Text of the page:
From the icy polar regions to the tropical expanses of the Indian Ocean, I have helped to develop and implement expedition training programs usually far outside the response scope of an ambulance, helicopter, or rescue vessel.
As a trainer and educator, I worked with expedition guides and small vessel captains who facilitate field operations and natural/human history interpretation. I designed instructional programs to reduce the chance of accidents by improving field skills and compliance with safety protocols. Concurrently, I was responsible for building communication, leadership, and teaming skills so that teams could better function and collaborate while aboard and during operations to better serve the clients.
My takeaway is that training is inherently problem-solving.
To design a comprehensive training program that develops and prepares operational teams, the best way forward is to consider, “What do they want? What do they need? What are they trying to solve for themselves?”
It is critical to approach the problem with a beginner’s mind by asking these fundamental questions. In addition, it’s important to formally solicit learners’ input on a broad scale before designing a solution. A series of focus group discussions or a survey generates a clearer expression of the problems teams face during operations.
As Henry Ford once said, “If there is any one secret of success, it lies in the ability to get the other person’s point of view and see things from that person’s angle as well as from your own.”
Even with input from the audience I aim to help, a designed solution is better when focused on the larger purpose and not simply the difficulties of day-to-day operations and team interactions.
A problem statement drives the design of solutions.
As Don Norman puts it in his piece entitled, Rethinking Design Thinking, “…take the original problem as a suggestion, not as a final statement, then think broadly about what the real issues underlying this problem statement might really be…”
He goes on to state, “Designers resist the temptation to jump immediately to a solution to the stated problem. Instead, they first spend time determining what the basic, fundamental (root) issue is that needs to be addressed. They don’t try to search for a solution until they have determined the real problem, and even then, instead of solving that problem, they stop to consider a wide range of potential solutions. Only then will they finally converge upon their proposal. This process is called “Design Thinking.”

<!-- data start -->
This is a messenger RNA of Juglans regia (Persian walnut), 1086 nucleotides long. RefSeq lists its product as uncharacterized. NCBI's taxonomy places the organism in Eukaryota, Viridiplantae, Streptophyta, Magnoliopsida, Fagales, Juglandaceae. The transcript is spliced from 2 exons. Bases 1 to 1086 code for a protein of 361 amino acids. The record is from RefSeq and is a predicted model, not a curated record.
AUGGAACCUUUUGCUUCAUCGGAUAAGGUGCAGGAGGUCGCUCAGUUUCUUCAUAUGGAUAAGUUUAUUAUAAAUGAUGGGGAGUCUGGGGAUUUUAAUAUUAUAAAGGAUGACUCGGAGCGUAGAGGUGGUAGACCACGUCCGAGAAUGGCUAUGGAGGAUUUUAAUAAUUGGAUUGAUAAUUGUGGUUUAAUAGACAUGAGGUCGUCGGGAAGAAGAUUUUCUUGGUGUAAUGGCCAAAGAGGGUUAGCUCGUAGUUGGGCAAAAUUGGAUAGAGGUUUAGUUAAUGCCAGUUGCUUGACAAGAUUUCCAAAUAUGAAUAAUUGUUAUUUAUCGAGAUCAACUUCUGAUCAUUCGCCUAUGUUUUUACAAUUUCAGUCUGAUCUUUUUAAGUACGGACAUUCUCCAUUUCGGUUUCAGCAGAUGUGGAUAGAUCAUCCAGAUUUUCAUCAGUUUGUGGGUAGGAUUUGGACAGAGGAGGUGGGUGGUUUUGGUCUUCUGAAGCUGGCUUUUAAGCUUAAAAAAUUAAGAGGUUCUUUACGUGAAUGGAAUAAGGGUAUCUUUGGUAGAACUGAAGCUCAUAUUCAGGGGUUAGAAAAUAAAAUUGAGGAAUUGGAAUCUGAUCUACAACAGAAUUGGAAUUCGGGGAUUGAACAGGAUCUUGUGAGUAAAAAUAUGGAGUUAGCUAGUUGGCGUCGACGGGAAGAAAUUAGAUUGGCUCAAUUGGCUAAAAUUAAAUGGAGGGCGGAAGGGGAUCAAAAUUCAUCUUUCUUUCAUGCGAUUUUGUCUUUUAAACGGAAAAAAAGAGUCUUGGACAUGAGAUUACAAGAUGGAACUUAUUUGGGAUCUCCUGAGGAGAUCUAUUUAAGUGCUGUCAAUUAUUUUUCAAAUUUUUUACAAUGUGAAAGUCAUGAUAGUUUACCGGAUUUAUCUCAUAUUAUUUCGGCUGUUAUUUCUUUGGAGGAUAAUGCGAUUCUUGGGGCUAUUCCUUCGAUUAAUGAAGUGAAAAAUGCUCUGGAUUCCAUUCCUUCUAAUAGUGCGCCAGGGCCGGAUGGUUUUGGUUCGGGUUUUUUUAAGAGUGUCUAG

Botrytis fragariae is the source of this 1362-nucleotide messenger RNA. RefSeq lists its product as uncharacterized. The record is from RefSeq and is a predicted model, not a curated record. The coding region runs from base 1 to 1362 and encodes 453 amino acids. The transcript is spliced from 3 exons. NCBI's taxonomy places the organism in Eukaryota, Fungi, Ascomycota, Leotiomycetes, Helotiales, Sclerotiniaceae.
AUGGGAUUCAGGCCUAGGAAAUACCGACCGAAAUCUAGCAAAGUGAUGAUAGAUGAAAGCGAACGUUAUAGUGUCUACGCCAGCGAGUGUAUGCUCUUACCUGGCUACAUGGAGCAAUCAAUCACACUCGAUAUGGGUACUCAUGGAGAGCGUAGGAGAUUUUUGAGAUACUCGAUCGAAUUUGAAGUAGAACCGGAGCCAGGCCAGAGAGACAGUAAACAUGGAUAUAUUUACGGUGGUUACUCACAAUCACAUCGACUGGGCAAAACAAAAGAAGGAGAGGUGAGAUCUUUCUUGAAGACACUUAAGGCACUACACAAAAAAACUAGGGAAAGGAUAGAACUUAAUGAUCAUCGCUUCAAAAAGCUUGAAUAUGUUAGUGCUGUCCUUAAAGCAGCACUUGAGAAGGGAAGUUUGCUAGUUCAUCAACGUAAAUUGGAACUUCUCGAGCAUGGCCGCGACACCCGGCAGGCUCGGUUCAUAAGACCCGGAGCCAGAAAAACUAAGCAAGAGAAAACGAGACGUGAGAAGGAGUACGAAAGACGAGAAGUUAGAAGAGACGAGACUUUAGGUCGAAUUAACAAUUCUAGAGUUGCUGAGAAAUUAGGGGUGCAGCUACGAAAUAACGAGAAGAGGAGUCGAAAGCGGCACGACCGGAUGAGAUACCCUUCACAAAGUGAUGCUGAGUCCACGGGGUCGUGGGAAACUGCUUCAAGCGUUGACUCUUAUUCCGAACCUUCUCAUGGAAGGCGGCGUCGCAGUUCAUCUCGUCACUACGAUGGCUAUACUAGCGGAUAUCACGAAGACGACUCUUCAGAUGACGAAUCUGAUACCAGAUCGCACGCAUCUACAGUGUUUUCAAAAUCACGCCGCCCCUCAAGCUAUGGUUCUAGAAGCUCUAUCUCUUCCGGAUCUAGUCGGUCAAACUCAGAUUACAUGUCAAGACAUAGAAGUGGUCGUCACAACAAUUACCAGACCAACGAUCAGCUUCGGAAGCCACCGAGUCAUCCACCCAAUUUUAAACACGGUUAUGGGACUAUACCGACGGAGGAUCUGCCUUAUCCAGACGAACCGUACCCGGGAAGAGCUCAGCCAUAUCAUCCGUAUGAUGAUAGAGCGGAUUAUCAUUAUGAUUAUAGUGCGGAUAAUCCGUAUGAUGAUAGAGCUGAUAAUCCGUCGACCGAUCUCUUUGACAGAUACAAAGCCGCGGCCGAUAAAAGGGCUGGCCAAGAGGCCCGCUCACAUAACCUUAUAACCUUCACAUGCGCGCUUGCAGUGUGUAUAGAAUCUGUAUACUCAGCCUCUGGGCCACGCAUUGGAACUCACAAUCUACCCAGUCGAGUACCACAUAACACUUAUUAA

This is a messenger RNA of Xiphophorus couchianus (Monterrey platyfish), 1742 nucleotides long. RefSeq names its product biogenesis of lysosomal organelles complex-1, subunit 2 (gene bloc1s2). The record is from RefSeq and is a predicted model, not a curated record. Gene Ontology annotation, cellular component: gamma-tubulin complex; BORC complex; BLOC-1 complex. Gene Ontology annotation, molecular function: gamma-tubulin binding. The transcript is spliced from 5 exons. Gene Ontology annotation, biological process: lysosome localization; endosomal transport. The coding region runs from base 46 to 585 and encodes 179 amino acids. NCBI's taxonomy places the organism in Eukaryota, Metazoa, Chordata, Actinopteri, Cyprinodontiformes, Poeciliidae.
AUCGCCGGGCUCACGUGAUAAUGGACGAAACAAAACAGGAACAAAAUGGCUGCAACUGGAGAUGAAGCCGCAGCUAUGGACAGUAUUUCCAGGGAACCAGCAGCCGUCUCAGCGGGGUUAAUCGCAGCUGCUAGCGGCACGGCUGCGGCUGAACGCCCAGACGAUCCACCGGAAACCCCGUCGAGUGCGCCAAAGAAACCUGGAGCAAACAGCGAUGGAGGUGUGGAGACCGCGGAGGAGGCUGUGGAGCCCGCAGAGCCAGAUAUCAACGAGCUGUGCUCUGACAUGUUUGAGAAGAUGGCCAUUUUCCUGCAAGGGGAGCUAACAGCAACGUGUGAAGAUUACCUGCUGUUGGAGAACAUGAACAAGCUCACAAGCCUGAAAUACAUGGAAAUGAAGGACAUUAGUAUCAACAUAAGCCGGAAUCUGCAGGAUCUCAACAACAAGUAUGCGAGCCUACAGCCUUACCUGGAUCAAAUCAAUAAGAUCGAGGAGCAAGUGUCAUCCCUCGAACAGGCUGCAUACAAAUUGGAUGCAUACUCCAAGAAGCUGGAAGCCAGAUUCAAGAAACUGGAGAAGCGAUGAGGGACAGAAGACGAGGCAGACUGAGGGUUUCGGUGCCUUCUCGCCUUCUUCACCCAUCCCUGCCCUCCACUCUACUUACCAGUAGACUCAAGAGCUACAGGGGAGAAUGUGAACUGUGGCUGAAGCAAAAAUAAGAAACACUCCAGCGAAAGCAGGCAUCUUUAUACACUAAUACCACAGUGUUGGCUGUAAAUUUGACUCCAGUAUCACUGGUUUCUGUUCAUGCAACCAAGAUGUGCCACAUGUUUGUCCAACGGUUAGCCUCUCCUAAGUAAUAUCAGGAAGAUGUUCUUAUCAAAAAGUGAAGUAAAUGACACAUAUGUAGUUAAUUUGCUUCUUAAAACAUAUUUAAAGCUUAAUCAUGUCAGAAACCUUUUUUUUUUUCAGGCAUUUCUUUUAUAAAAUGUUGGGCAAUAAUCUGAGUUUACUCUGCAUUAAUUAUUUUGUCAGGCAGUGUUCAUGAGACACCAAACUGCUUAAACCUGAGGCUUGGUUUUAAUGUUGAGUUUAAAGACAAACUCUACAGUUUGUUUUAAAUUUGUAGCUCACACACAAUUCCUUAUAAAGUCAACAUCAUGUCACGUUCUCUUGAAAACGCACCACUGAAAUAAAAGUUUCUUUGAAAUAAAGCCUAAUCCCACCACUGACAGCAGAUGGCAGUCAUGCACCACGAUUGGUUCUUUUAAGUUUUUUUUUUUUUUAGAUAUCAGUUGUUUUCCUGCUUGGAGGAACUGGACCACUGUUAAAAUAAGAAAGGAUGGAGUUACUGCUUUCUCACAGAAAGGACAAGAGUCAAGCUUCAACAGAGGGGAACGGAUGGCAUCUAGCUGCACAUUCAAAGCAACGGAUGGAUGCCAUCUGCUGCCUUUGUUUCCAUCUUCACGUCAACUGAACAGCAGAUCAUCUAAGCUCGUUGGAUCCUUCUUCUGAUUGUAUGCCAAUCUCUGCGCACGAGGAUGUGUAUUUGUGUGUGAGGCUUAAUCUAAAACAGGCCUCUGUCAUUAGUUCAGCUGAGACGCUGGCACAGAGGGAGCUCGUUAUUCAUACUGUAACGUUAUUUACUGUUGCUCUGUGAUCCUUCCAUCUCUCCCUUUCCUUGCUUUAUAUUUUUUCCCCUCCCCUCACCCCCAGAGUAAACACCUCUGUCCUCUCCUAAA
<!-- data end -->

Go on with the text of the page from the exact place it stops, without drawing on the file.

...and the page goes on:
Allowing space for design thinking means investing in the ideation and brainstorming phases of the instructional design process. Training programs benefit from many people’s input, multiple design iterations, and less judgment in the creative stages.
With educational elements happening in-person and online, onboard and onshore, on the job, and prior to contacts starting – there is always the possibility that we can dream up enhancements to the overall training program. Along the way, keeping an open mind about how to regularly improve can keep the design of our training relevant to the problems of our user groups.
Of course, there were real-world limitations in the form of financial, political, and cultural realities of any given organization. Working within company parameters is perhaps the biggest challenge to employing better design thinking. The priority placed on deliverables with quick turn-around time is a stumbling block that I hope companies recognize and overcome in order to carry out successful and well-designed professional development projects.
The failure to invest properly in design thinking and initial ideating is probably today’s biggest barrier to creating better training products for effective field staff professional development.